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## Snow Globe Dynamics

This weekend my daughter received this:

It was a present from her grandma who had just come home from a holiday.

For those who haven’t seen one, it’s what is commonly known as a “Snow Globe”. There us a glass (possibly plastic) sphere set on a base which has a scene. In this case it’s a lighthouse. The sphere is filled with water (a clear liquid at least) and there are little specs of stuff in the water. Often these are white (hence the name “Snow Globe”) but these ones are strange and mesmerising, flickering with colours. Sort of semi transparent but change colour in the light.

I hadn’t seen one for years, and I started spinning it and watching the glitter spin round. I guess I must have had the recent M3 exams on my mind because as I was watching them spin I started wondering what the centripetal acceleration was. As I was thinking about this it occurred to me that this system I was holding wouldn’t obey classical, Newtonian, laws, but would be governed by the laws of fluid mechanics.

I did study fluid dynamics at university, I recall the navier-stokes equations. I recall looking at currents and river flow. I don’t, however, recall discovering how fluids would act when they were in a closed spherical system.

Watching the Snow Globe spin is fascinating. As you spun it, some glitter collects at the bottom, if you alter the direction of spin the rise up into the middle. If you stop spinning it, the contents carries on spinning, if you reverse the spin it still carries on, and you can see the outside slow and change direction first. Due to the friction with the sphere. This then moves the rest of the liquid, but you can get an amazing sight of the outside liquid going one way, but the inside going the other.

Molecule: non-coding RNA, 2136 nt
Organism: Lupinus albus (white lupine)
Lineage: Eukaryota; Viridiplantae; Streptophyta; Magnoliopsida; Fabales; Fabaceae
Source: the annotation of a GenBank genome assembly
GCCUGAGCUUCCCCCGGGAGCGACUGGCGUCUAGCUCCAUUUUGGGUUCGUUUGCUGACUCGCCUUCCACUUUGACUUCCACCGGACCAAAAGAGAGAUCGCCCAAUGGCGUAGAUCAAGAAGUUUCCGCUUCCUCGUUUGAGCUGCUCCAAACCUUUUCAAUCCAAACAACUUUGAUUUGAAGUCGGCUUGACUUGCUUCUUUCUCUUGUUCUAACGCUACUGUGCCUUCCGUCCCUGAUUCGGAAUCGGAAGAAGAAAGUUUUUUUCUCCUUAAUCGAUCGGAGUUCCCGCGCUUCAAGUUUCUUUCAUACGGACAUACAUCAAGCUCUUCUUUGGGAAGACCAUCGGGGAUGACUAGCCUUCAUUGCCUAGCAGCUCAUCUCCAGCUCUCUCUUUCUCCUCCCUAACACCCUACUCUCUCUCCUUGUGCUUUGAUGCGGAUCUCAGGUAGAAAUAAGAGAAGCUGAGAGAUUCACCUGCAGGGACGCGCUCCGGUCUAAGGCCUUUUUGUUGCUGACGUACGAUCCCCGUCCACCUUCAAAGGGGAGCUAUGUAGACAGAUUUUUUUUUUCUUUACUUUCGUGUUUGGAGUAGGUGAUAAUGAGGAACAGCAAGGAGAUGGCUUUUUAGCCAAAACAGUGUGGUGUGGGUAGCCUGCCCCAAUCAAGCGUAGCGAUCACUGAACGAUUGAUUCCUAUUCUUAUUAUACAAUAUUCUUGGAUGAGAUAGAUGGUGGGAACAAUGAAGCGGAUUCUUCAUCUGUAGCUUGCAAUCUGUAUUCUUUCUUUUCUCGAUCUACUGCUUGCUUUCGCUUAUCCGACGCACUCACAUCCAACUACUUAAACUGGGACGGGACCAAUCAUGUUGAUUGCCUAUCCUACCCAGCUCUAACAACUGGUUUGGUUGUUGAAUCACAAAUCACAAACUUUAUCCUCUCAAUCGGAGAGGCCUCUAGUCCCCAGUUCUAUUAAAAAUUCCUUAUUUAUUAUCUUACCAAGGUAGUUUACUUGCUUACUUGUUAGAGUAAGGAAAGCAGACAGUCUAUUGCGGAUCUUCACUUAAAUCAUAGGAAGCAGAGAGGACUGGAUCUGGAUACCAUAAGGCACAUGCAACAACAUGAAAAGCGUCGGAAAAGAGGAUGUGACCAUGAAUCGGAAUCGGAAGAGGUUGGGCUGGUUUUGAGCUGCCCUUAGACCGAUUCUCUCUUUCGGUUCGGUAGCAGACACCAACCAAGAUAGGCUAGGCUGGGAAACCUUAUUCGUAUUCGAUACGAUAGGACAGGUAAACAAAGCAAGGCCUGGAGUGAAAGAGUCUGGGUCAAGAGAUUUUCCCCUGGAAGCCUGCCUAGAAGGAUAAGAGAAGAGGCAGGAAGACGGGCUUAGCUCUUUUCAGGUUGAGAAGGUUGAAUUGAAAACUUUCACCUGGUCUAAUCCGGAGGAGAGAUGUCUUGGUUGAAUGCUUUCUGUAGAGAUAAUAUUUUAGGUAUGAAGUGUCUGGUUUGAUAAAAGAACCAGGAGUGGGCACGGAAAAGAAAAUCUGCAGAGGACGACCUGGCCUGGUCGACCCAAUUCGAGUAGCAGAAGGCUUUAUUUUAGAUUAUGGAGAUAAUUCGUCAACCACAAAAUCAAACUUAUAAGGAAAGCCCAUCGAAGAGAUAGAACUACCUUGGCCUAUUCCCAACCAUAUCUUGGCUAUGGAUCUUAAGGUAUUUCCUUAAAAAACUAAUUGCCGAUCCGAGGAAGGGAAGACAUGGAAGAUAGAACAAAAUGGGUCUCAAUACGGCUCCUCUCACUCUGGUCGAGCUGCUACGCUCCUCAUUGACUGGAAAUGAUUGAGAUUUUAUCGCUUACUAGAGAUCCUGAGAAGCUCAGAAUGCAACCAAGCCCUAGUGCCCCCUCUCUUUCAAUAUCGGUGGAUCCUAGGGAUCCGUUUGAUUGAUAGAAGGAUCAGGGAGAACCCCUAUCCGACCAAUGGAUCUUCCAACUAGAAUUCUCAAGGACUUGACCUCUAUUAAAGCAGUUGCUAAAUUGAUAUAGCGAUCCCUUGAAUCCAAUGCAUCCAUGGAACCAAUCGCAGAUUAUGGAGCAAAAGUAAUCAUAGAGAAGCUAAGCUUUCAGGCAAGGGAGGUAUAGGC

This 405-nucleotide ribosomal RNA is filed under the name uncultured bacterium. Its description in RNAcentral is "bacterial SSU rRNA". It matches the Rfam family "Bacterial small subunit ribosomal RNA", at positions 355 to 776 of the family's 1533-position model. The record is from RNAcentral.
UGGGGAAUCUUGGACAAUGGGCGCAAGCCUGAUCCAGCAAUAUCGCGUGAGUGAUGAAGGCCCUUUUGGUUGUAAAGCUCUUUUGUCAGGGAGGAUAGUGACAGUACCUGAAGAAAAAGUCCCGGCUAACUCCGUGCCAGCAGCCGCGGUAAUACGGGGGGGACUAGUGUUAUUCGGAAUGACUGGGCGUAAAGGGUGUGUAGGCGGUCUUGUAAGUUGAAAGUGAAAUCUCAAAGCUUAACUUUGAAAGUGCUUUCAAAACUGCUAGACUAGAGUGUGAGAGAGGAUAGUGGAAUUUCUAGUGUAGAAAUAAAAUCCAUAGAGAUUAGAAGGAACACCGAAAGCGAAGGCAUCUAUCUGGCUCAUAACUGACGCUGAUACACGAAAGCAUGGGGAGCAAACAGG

When you spin it, or shake it, then leave it to rest the glitter jumps and jives in a brilliant way. It seems like it is a sort if “Brownian Motion“, but I would need to investigate it further.

All in all, I’m fascinated by this Snow Globe, and I am going to read up on fluid dynamics, their effects in a closed spherical system and brownian motion as soon as I get chance.

If you have any suggestions of books, papers, articles, blogs etc on the subject, I’d love to hear them!

Categories: Commentary, Maths
1. June 10, 2014 at 10:24 pm

As a snow globe artist and maker, I have to agree that the objects can be mesmerizing. Although we’ve been making them for years, there is still more to learn. Different glitters and shapes have different effects; changing the liquid even slightly can be wonderful (or cause problems.)
So glad you enjoyed your daughter’s gift. I am endlessly amused by my own snow globes (or water globes … as you say, they don’t always have snow.)

• June 10, 2014 at 10:36 pm

They are pretty amazing. As someone who makes them, do you make different shapes ever? Are any shapes as good (or better) than the standard sphere?

• June 10, 2014 at 10:47 pm

My partner and I tend to make snow globes with round glass globes – although we do work in several sizes of glass. I have not experimented much with domes or other shapes of glass.
The changes we make are to the tiny sculptures inside, to the thickness (viscosity) of the liquid, and to the weight and shape of whatever is floating.
I did create some enchanting “timeless” designs once using tiny watch gears as “confetti” or snow, but sadly, physics does not give any breaks to art and they rusted into orange dust over time. That was enchanting in its own way, watching art slowly rust into nearly nothing …
I’ve also tried to cut unique floating shapes out of thin acetate, vinyl, laminated paper, and so on. The weight and material dictate how quickly they sink — unless they permanently float to the top, they always sink eventually. The outline shapes can help them swirl and float, or a very flat design can create “surface tension” so that the shape sticks unforgiving and immoveable to the side of the glass globe. You can see some of our recent work on our wordpress site.

• June 10, 2014 at 10:53 pm

I will have a thorough look tomorrow. Sounds great!

• June 11, 2014 at 10:46 am

I’ve had a look on your site. Some amazing pieces of art! Incredible.

• June 11, 2014 at 3:49 pm

Thanks. It’s definitely a learning experience.

1. August 15, 2014 at 8:29 pm